Birth Control Basics for Beginners

So you want to go on birth control. You’ve heard the rumors: weight gain, periods that never seem to end, clearer skin, you name it.

For those who are unfamiliar, birth control is a type of medication that acts as a contraceptive and regulates your menstrual cycle. Some womxn choose to go on birth control to prevent pregnancy, alleviate harsh period symptoms, or balance hormone production.

How to Choose a Method of Birth Control Fit for You

The first step would be contacting your primary care physician or a gynecologist for their medical expertise on which type of birth control would be best for you. You should always seek out a medical professional when choosing birth control methods because they are aware of your medical history and can give you advice that the internet cannot.

Before you attend a doctor’s appointment, it’s nice to do a little research on your own so you have an idea of what your options are. A credible and informative resource to reference is the Planned Parenthood website. Think about the various reasons why you want to be on birth control and bring up these concerns with your doctor so you ensure you’re being prescribed a method that works for you.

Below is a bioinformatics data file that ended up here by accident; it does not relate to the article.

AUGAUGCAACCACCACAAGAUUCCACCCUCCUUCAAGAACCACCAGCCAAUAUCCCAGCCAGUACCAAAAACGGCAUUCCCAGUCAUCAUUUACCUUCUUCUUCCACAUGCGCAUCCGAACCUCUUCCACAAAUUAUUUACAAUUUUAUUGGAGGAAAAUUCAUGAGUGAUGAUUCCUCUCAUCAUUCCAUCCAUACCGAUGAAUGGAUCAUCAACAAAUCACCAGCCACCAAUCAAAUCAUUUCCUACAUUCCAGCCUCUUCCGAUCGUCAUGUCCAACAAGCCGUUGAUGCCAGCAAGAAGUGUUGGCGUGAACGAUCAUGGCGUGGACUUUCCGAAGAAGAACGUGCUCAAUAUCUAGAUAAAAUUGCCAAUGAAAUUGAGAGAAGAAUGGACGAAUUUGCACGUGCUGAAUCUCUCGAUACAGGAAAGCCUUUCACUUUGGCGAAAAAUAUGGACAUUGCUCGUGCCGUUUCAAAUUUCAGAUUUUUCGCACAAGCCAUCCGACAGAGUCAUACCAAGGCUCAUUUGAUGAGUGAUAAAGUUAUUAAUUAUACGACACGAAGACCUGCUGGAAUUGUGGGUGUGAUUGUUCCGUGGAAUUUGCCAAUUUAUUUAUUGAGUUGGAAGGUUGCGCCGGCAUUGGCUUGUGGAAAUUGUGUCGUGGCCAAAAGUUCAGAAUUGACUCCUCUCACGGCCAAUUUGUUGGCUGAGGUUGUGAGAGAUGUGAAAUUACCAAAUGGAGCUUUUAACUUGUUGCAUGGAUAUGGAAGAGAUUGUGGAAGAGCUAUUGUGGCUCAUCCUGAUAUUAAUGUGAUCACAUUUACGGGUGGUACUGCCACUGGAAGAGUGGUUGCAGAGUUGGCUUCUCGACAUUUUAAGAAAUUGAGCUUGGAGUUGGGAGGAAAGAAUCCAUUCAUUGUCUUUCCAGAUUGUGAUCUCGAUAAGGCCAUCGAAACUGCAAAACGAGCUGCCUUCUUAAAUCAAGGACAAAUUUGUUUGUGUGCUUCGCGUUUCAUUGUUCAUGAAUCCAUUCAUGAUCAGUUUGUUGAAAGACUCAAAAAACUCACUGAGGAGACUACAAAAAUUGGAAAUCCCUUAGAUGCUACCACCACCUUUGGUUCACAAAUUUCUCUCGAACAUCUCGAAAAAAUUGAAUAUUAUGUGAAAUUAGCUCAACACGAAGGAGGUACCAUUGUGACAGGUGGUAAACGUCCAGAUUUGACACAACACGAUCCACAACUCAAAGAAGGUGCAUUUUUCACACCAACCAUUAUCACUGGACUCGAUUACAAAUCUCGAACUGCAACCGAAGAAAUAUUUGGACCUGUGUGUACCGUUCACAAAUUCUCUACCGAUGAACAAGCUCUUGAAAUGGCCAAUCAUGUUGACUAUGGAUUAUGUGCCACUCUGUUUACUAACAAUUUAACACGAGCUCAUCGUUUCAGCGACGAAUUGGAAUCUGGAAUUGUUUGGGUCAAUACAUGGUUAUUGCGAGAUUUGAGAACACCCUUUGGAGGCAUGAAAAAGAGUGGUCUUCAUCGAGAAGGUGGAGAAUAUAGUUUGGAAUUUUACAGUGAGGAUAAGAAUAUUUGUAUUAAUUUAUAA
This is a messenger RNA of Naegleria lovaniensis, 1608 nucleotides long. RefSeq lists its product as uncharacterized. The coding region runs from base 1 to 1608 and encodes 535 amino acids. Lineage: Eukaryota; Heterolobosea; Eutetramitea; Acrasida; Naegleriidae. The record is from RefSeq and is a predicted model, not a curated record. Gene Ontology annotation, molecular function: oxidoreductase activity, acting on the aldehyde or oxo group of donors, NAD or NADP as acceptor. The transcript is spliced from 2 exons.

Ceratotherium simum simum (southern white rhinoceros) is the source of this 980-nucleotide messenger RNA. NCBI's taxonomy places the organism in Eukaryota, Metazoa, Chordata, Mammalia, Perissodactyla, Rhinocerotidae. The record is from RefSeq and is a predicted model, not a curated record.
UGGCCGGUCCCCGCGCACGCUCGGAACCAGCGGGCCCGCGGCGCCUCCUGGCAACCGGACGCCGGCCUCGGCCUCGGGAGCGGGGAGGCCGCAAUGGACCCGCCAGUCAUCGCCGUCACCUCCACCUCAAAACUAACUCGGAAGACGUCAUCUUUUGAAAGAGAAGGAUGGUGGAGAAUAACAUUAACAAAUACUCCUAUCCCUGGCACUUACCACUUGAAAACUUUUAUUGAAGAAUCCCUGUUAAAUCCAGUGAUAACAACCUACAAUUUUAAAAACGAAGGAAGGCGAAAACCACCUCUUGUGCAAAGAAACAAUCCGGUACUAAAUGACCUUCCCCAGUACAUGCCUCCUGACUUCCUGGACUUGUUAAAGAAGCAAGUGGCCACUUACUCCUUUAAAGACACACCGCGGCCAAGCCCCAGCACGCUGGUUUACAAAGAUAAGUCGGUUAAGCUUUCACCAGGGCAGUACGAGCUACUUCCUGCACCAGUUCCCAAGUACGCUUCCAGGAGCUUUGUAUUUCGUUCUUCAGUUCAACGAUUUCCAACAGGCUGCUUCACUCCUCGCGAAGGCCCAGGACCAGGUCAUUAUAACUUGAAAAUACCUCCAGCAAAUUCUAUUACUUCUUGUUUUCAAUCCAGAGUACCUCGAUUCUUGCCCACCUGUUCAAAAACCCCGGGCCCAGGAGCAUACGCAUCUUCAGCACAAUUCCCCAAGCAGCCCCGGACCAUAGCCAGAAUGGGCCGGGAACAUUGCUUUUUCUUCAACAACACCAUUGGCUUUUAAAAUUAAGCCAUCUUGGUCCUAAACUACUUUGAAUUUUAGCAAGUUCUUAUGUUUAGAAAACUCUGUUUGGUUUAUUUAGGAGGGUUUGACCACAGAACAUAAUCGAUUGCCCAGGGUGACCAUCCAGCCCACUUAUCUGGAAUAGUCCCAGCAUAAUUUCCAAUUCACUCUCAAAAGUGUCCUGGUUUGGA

There are various forms of birth control, and the graphic linked here sums it up nicely. Some of the most common forms include a daily pill, arm implant, and an IUD placed inside your cervix. When choosing a birth control form, evaluate yourself. Will you remember to take a pill at the same time every single day? Do you feel comfortable having an external object implanted in your body? Are you forgetful? Asking yourself questions like these will narrow down your options.

You’re on Birth Control. Now What?

Now that you have chosen a method, the most important thing is to be patient. It is only normal that your body will have to adjust to its new hormone levels. Give yourself 2-3 months to adjust and if you are still experiencing unwanted side effects, it is possible that another method ─ or even brand or formula ─ may work better with your body.

No two bodies are the same, so as hard as it is, try not to work yourself up over stories you may have heard or read. The journey to finding the method that works with your body is not the same for everyone. It is important that you are able to openly communicate with your doctor and potential partners how the birth control is affecting you. Being able to talk about any fears, feelings, and frustrations will make the adjustment period much easier.